EPA’s Proposed Storm Water Permit to Protect Puget Sound
Joint Base Lewis-McChord has received discharge permit
Due to its size, population and proximity to Puget Sound, Joint Base Lewis-McChord (JBLM) has received a proposed municipal storm water discharge permit from the U.S. Environmental Protection Agency (EPA). The permit, when final, is expected to help guide how storm water is managed across nearly 142 sq miles of base property over the next decade and beyond.
Located just south of Tacoma, Wash., JBLM is recognized as the largest military installation on the West Coast. The most recent population estimate for the base was 95,000 people, including military personnel, military dependants residing on base, civilian employees, and visitors.
“JBLM plays a vital role in our national security and the regional economy,” said Mike Bussell, director of EPA’s office of water and watersheds in Seattle. “So we designed this new permit to help them accomplish their mission of providing a safe, healthy community for those who serve our country, while reducing the storm water pollution threat to base streams, lakes and Puget Sound.”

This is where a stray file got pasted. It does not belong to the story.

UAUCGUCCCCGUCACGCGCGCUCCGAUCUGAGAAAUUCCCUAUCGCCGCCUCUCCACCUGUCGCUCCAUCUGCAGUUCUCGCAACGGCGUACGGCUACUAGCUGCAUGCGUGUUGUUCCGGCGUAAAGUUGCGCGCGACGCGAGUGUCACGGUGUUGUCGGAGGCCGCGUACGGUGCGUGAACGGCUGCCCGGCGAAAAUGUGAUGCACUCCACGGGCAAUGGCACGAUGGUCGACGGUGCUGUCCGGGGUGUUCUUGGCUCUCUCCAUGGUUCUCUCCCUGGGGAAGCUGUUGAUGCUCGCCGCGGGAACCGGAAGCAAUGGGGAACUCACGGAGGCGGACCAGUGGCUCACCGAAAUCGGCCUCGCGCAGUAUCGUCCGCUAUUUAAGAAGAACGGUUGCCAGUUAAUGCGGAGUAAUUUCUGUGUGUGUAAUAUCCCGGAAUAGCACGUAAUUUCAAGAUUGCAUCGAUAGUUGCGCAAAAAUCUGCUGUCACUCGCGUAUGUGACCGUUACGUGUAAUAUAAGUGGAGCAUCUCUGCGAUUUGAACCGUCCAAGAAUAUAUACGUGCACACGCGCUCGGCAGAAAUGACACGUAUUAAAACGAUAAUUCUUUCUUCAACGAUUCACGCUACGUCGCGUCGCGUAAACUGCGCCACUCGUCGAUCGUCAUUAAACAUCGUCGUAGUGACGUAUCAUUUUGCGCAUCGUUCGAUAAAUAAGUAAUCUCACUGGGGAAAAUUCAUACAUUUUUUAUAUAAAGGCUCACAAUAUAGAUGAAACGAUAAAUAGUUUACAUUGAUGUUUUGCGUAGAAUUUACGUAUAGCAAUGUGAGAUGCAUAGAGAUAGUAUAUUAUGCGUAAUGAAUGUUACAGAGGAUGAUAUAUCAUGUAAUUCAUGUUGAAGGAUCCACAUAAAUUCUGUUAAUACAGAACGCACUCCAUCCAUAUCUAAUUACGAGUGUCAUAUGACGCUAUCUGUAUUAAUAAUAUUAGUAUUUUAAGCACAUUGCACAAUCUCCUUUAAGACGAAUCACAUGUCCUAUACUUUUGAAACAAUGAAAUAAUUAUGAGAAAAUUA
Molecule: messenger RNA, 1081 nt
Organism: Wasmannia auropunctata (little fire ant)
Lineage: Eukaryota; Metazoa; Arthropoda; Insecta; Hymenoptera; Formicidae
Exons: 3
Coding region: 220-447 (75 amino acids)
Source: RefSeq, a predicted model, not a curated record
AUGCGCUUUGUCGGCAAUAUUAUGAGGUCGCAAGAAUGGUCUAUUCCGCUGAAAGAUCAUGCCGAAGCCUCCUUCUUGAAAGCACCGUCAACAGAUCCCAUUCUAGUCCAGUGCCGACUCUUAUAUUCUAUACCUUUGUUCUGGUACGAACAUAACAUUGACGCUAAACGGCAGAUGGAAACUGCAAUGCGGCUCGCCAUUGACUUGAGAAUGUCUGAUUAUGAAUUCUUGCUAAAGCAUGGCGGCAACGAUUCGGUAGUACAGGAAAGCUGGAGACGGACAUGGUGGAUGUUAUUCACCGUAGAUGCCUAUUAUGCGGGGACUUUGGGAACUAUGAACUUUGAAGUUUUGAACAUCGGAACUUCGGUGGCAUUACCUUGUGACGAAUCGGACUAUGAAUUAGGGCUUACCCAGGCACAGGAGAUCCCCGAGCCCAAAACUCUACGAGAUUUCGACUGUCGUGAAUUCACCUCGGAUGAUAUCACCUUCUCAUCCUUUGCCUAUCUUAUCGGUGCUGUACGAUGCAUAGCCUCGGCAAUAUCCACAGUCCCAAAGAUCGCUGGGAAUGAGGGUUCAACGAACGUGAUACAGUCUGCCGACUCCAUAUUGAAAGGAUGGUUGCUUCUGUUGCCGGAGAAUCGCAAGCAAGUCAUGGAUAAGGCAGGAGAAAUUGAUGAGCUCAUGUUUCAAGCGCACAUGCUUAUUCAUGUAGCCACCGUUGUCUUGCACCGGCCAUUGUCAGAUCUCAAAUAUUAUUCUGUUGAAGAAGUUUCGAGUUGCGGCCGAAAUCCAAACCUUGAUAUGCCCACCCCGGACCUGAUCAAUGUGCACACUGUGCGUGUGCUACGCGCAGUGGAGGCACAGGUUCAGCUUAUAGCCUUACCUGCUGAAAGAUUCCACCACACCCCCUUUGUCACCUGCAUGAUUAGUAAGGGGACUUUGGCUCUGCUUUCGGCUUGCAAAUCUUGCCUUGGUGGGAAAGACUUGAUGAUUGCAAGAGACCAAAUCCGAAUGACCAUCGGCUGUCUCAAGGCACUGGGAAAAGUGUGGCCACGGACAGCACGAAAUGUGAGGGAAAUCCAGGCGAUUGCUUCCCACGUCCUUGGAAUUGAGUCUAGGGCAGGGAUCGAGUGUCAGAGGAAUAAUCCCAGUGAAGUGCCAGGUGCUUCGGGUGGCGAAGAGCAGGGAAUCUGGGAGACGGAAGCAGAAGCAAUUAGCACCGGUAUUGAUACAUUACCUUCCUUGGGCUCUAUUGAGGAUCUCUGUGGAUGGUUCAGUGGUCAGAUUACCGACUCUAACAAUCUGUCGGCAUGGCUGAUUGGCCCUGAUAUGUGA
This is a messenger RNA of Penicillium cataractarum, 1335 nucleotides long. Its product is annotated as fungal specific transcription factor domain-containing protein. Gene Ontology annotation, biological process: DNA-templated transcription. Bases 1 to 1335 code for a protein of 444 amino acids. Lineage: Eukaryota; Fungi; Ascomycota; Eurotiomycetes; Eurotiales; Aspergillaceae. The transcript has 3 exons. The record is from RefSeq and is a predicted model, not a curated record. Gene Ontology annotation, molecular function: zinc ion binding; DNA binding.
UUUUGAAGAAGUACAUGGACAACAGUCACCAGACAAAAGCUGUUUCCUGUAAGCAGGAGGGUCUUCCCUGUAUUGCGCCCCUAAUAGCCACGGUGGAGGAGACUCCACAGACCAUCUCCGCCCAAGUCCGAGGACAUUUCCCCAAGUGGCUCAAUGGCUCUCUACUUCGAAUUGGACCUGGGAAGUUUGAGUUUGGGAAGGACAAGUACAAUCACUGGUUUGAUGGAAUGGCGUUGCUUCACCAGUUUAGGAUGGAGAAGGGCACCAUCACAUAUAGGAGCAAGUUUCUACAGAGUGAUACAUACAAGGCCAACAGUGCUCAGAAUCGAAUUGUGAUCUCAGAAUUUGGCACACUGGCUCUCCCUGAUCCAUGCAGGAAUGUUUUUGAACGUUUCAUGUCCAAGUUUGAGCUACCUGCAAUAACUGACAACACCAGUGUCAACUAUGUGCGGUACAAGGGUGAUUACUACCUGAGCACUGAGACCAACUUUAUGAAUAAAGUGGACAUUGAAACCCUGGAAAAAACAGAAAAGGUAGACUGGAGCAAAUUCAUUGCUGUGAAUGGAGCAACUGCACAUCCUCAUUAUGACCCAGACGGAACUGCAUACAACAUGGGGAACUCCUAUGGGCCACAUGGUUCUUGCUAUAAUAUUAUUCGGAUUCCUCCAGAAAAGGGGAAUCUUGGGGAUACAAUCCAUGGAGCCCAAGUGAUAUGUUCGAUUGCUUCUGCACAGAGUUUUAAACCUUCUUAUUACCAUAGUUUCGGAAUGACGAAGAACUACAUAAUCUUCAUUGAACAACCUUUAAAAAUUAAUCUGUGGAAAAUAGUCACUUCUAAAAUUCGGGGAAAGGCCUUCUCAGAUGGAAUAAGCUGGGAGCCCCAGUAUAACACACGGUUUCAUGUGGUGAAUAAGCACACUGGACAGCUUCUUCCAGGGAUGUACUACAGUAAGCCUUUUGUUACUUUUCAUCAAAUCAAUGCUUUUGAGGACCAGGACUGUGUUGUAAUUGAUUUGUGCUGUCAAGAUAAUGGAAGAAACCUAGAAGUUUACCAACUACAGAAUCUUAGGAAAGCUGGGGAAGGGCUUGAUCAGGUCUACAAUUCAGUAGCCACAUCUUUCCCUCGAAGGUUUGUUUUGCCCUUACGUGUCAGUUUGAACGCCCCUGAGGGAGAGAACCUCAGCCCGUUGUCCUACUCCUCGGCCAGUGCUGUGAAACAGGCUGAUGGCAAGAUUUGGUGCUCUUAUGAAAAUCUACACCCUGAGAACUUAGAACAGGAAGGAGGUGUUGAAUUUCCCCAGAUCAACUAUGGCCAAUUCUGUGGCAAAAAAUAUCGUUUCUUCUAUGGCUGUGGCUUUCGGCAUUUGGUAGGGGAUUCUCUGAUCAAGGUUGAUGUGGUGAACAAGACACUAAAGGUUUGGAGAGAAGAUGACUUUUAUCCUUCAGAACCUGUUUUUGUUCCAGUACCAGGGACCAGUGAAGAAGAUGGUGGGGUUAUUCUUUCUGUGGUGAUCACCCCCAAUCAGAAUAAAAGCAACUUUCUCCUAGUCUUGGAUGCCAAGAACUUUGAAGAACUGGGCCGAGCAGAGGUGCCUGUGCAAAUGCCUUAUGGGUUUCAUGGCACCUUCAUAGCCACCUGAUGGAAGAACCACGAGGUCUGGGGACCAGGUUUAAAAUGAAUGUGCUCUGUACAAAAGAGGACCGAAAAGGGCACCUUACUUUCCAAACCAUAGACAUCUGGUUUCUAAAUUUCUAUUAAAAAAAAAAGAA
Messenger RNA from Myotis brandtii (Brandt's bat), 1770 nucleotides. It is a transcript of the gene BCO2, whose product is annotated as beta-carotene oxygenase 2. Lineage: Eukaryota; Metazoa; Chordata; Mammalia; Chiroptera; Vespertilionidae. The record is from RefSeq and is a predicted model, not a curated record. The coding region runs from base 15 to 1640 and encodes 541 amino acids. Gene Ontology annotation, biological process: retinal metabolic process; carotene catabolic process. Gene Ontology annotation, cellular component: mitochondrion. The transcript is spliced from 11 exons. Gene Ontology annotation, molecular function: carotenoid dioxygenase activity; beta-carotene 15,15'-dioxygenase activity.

Storm water (surface runoff from rain and snow melt) is recognized as a major source of pollution to the Puget Sound. Commercial and housing development alters the land’s natural ability to absorb and evaporate rainfall. Expanding impervious surfaces (like roads and roofs) then converge with a growing population to produce more vehicle related pollution that settles on those surfaces. When it rains, it all runs off into lakes, rivers, streams and ultimately the Puget Sound.
EPA’s draft municipal separate storm sewer system (MS4) permit for JBLM is the first such proposed permit for a military or other federal facility in western Washington. The draft permit requires specific actions and activities that must be accomplished over at least the next five years to protect local waters.
JBLM has been implementing a storm water program for several years in anticipation of receiving a permit from EPA. Among the new requirements under the proposed permit, the base must control runoff from all construction sites; control runoff from all new development and redevelopment sites; map, inspect, and maintain the storm system, and engage JBLM employees and the community about preventing pollutants in storm water runoff.
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